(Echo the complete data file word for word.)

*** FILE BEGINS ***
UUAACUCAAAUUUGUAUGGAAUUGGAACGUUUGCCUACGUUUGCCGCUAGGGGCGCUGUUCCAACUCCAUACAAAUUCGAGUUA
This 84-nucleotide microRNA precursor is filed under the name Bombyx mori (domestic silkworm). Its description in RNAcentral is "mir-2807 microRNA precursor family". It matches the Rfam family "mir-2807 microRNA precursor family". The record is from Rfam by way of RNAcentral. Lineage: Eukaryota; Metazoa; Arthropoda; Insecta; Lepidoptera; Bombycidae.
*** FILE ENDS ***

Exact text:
UUAACUCAAAUUUGUAUGGAAUUGGAACGUUUGCCUACGUUUGCCGCUAGGGGCGCUGUUCCAACUCCAUACAAAUUCGAGUUA
This 84-nucleotide microRNA precursor is filed under the name Bombyx mori (domestic silkworm). Its description in RNAcentral is "mir-2807 microRNA precursor family". It matches the Rfam family "mir-2807 microRNA precursor family". The record is from Rfam by way of RNAcentral. Lineage: Eukaryota; Metazoa; Arthropoda; Insecta; Lepidoptera; Bombycidae.